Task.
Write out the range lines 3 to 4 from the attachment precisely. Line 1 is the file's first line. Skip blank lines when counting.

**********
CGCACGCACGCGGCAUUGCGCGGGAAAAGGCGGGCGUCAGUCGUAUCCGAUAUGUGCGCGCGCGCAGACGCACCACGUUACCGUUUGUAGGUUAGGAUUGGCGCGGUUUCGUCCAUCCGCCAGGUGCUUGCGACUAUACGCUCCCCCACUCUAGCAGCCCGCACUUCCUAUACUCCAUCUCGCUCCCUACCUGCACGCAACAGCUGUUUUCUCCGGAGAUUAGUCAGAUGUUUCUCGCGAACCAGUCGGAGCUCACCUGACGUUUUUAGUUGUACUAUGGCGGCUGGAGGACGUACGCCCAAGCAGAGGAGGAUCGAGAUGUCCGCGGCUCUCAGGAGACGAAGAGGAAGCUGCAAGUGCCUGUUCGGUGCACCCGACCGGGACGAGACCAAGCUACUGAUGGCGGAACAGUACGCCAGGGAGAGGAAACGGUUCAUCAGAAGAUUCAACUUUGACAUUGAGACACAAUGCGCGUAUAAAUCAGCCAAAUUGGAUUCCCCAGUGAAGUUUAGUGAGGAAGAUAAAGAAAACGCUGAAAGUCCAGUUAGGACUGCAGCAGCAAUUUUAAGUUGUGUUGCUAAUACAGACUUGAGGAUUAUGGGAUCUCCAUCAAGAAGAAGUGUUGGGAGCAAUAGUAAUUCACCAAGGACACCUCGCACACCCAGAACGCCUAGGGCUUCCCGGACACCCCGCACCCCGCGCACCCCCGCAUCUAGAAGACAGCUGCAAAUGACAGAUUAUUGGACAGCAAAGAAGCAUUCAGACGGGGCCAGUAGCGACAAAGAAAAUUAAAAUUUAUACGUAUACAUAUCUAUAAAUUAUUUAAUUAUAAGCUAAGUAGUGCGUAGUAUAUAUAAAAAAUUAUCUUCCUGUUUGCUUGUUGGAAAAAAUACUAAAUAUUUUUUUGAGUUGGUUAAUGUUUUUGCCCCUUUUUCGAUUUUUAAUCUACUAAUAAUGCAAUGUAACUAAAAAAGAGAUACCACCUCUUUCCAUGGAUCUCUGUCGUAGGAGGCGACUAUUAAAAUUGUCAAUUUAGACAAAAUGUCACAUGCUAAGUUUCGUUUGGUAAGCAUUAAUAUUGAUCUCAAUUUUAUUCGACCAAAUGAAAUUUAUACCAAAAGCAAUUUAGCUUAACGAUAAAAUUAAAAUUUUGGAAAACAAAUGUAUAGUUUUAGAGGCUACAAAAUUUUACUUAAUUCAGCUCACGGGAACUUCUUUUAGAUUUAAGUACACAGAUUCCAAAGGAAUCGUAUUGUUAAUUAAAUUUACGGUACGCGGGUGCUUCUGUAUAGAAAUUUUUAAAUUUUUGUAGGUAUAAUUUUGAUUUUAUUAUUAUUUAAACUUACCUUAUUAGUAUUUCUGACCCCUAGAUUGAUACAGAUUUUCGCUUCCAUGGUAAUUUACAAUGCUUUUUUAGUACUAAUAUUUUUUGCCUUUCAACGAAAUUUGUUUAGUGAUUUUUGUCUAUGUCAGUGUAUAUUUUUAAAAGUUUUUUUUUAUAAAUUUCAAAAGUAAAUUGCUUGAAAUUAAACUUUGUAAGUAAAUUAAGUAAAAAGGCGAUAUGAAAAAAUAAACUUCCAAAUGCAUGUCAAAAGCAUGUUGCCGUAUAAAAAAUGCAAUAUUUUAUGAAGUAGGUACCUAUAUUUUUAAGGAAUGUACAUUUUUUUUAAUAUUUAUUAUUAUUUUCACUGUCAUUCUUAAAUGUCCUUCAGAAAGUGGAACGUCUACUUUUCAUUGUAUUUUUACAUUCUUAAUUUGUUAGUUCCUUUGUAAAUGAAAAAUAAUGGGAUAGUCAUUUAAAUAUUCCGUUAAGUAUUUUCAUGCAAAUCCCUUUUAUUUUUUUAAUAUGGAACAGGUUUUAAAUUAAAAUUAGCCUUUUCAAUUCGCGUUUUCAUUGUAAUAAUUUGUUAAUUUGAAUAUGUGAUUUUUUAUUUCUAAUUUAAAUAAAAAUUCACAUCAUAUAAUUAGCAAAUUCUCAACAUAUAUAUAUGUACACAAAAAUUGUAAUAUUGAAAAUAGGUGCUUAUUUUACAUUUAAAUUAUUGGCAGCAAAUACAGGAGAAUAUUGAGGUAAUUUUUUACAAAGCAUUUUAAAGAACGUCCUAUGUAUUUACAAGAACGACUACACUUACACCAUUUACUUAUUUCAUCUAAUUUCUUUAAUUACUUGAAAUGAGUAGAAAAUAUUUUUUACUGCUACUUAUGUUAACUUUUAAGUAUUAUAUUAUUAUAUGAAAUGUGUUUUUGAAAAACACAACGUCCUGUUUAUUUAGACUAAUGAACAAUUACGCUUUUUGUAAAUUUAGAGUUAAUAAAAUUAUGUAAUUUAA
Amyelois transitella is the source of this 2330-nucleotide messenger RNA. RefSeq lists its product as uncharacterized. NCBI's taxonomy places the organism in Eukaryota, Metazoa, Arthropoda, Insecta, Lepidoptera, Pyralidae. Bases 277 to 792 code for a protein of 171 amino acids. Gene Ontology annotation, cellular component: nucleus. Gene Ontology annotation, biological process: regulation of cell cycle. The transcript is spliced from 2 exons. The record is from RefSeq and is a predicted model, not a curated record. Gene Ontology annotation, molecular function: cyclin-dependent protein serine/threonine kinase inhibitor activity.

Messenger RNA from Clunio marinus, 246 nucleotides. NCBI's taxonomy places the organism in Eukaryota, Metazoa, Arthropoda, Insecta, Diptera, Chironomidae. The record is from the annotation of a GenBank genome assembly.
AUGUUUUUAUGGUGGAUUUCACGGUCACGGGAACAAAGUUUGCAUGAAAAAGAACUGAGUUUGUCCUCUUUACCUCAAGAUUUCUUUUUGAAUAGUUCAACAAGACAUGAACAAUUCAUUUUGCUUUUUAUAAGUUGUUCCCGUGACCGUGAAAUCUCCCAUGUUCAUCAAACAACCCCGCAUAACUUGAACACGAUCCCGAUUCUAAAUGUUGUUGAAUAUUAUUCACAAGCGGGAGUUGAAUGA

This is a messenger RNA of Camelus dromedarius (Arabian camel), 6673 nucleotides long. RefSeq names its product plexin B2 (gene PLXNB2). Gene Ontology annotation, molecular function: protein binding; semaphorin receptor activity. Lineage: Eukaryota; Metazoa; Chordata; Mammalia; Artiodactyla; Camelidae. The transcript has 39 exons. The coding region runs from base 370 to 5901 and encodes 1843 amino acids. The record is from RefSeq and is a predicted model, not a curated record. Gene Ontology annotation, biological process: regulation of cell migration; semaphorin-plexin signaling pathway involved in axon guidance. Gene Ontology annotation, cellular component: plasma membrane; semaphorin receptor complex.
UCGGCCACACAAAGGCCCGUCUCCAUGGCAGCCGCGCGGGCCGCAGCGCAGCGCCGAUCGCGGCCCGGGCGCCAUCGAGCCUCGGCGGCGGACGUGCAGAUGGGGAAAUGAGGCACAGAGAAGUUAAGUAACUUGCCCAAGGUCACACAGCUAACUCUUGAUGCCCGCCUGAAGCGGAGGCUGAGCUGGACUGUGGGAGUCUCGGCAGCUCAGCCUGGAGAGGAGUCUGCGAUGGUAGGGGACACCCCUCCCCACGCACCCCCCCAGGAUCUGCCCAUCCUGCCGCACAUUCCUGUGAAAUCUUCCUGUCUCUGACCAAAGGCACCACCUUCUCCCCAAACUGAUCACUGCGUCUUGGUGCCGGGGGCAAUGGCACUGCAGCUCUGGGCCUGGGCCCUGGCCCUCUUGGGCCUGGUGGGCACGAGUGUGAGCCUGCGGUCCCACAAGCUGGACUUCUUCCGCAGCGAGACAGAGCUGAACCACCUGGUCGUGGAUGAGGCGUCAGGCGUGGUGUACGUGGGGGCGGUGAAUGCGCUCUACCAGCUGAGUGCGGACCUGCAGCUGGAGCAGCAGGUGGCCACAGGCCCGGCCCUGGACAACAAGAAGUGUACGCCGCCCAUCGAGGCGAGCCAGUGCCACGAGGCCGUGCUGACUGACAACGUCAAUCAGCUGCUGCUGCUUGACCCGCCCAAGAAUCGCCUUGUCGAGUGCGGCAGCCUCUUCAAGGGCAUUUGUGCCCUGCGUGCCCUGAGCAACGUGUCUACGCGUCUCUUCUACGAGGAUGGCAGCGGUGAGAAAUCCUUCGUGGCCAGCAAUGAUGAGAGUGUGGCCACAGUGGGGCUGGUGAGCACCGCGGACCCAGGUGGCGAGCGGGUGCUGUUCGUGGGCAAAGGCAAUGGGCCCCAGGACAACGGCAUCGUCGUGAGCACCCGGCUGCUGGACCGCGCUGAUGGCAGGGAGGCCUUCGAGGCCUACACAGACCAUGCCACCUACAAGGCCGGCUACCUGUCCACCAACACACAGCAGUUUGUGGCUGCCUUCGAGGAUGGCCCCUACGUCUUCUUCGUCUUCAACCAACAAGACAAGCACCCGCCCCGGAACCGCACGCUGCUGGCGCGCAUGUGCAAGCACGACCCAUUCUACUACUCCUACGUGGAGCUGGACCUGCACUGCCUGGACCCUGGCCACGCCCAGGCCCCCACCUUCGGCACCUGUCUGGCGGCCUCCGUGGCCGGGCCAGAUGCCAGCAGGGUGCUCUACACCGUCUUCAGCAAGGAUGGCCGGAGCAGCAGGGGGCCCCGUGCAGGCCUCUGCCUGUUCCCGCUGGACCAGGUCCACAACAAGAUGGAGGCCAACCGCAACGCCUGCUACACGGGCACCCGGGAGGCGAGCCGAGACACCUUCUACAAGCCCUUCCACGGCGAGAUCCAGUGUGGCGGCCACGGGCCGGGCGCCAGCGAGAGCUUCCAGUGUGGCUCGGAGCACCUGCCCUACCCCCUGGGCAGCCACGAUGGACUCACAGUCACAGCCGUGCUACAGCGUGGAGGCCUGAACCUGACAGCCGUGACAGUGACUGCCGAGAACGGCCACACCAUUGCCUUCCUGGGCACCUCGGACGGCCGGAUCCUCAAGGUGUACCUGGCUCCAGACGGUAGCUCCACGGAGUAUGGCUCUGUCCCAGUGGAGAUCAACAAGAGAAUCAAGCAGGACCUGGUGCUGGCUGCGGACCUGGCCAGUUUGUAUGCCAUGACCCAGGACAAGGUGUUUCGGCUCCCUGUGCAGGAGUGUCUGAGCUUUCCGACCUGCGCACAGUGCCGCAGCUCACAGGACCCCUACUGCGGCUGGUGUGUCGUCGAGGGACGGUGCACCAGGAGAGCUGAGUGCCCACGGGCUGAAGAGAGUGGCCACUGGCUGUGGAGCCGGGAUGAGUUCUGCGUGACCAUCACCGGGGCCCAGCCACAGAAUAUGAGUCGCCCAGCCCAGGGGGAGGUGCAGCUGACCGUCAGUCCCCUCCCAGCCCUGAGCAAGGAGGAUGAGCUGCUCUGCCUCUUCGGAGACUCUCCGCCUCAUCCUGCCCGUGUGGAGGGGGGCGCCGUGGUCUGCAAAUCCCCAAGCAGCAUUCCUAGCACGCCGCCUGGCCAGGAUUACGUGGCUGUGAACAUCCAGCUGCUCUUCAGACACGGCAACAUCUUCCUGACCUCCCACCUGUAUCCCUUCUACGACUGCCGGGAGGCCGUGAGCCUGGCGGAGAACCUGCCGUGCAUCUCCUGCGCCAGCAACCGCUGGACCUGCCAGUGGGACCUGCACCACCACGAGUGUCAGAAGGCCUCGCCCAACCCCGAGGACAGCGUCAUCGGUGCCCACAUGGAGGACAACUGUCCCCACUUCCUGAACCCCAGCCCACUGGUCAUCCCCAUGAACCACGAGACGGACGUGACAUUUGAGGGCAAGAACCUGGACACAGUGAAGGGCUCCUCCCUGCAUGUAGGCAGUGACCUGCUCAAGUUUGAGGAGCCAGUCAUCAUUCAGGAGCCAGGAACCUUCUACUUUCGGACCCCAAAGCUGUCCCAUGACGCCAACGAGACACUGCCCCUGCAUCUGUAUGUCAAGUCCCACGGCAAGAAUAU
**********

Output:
Messenger RNA from Clunio marinus, 246 nucleotides. NCBI's taxonomy places the organism in Eukaryota, Metazoa, Arthropoda, Insecta, Diptera, Chironomidae. The record is from the annotation of a GenBank genome assembly.
AUGUUUUUAUGGUGGAUUUCACGGUCACGGGAACAAAGUUUGCAUGAAAAAGAACUGAGUUUGUCCUCUUUACCUCAAGAUUUCUUUUUGAAUAGUUCAACAAGACAUGAACAAUUCAUUUUGCUUUUUAUAAGUUGUUCCCGUGACCGUGAAAUCUCCCAUGUUCAUCAAACAACCCCGCAUAACUUGAACACGAUCCCGAUUCUAAAUGUUGUUGAAUAUUAUUCACAAGCGGGAGUUGAAUGA